Wednesday, February 10

Roses for Valentine's Day: what do the colors mean anyway?

Valentine’s Day is upon us once again…it seems to happen every year about this time, doesn’t it? Well, there are traditions which must be upheld and who am I to stand in the way of tradition?

Flowers. Brownie points are high for the fragrant blossoms. Send the bouquet to her workplace and score mega-brownie points; especially since it lands on Sunday this year. Not only does she appreciate the flowers, she gets the ultimate fun­­: bragging rights.

That’s right guys; ladies love to have the Greatest Guy trophy, which gets passed around amongst her female coworkers, friends and family on a constant rotation. If she gets to take home the invisible award, you get all the glory because she is feeling ultimately adored by you and knows that everyone she knows is aware of the adoration…not bad for a few long stems wrapped up with baby’s breath.

The number one flower sent? The rose. In fact, according to the American Society of American Florists, 187 million roses are estimated to be sold this year alone. My research found that color is important in conveying the correct meaning through floriography, the art of speaking with flowers.

Choose carefully when deciding which color to send or hand-deliver. Sending the wrong hue can send the wrong signal. If you are friends with a lady and would like to keep the relationship at a platonic level, send yellow. It’s the sign of friendship whether a pale or deep gold. Send this to a woman you would like to get serious about and you may find yourself moved to the buddy category.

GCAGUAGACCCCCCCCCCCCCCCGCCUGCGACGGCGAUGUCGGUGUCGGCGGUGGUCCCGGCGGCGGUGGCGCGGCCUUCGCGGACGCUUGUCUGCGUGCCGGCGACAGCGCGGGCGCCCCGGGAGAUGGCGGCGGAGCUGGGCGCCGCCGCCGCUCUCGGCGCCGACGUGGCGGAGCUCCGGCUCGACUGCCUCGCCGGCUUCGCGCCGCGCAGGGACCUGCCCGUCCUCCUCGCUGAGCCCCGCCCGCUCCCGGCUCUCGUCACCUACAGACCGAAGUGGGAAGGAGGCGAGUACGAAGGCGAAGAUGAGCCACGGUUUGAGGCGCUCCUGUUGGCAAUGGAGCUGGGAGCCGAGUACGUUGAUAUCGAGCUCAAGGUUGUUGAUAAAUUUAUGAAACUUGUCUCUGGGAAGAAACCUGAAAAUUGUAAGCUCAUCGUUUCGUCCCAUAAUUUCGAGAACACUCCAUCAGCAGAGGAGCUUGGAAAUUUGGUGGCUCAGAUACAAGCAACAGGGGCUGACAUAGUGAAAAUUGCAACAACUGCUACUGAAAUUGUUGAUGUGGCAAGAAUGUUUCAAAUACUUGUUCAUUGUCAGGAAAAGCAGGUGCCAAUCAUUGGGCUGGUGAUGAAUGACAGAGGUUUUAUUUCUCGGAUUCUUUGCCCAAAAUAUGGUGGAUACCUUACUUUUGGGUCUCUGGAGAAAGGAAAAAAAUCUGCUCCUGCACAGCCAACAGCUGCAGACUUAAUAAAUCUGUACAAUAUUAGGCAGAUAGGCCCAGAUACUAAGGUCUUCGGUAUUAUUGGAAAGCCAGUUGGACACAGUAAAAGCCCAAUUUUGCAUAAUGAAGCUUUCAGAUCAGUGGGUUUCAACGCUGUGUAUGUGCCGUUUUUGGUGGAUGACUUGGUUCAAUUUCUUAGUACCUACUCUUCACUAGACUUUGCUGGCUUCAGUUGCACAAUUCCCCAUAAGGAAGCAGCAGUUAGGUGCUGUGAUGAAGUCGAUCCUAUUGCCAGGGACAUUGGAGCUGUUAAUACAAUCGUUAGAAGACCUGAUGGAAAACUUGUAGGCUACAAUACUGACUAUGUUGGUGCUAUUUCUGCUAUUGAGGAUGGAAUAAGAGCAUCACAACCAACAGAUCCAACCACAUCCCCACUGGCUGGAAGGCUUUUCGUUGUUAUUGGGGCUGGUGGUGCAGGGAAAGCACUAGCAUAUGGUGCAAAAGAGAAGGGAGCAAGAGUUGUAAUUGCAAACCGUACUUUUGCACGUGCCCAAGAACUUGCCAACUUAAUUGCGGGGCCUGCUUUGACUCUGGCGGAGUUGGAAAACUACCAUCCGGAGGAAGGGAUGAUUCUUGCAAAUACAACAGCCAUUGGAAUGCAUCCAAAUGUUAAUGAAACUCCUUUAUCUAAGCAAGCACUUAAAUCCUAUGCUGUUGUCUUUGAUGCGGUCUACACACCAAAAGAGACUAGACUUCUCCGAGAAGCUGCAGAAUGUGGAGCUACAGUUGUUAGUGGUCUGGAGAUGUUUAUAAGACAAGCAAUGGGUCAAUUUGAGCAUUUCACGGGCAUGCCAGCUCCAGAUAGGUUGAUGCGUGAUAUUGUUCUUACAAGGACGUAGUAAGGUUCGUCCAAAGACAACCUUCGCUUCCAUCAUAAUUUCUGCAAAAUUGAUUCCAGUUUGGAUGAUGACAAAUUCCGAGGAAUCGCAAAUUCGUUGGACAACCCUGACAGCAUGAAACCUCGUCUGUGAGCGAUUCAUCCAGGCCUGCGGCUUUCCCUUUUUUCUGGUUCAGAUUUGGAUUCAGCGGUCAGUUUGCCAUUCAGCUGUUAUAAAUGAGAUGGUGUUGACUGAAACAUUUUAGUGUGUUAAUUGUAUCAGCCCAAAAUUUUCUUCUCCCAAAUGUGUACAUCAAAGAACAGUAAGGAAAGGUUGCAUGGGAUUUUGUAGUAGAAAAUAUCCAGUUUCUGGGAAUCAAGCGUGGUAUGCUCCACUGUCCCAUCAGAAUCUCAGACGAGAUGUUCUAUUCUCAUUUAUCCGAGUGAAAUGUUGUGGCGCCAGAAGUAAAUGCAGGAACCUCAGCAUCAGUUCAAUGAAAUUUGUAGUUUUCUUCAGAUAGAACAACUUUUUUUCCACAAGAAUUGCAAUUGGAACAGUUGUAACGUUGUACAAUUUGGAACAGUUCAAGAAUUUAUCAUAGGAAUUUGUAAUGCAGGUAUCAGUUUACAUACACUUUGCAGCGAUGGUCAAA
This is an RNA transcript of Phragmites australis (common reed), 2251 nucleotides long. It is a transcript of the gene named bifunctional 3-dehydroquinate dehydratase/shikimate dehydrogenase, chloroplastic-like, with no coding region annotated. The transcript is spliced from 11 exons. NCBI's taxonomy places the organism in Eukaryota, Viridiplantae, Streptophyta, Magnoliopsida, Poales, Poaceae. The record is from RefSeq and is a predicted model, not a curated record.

White petals signify everlasting and undying love. These may be sent to a long-term love, past the youthful stage of infatuation. White petals are much more pure than its passionate counterpart, the red rose. The intensity of the fiery red color should parallel the intensity of the sender’s passion for the receiver; the darker the shade, the stronger the passion.

Coral and orange blooms show desire is definite, with a touch of fascination or bewitched emotions intertwined. Peach shows appreciation, not passion; reserve this color for family members or coworkers, not your significant other.

Struck by a lightning bolt at first meeting? Send lavender or purple petals. This color, whether softly-hued or a deep rich purple, represents enchantment, or love, at first sight.

Finally, take into account likes and dislikes of the receiver when sending flowers. If you know her heart’s desire is a color that signifies other than passionate emotions, remember that making her feel happy and romanced is what it is all about.

Looking Ahead: I will run off and join the circus, or pretend to, by attending Cirque du Soleil Alegria on Friday, February 12. Saturday, February 13 will find me looping Indy on the Indy Wine Trail, featuring chocolate at each winery. Two of my favorite food groups and a designated driver? I’m in heaven. Saturday evening will find me at Beef and Boards for its opening of Footloose, where the 80’s are alive and happening. Now where did I put my leg warmers and scrunchies?

If you have a performance or event you would like reviewed, e-mail elizabethjmusgrave@gottago.us. Me, I’ll be right here, trying to find the meaning behind black roses; it can’t be good, can it?
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This post was originally published under "Gotta Go" in the West Side Community News in Indianapolis, and the West Indianapolis Community News.

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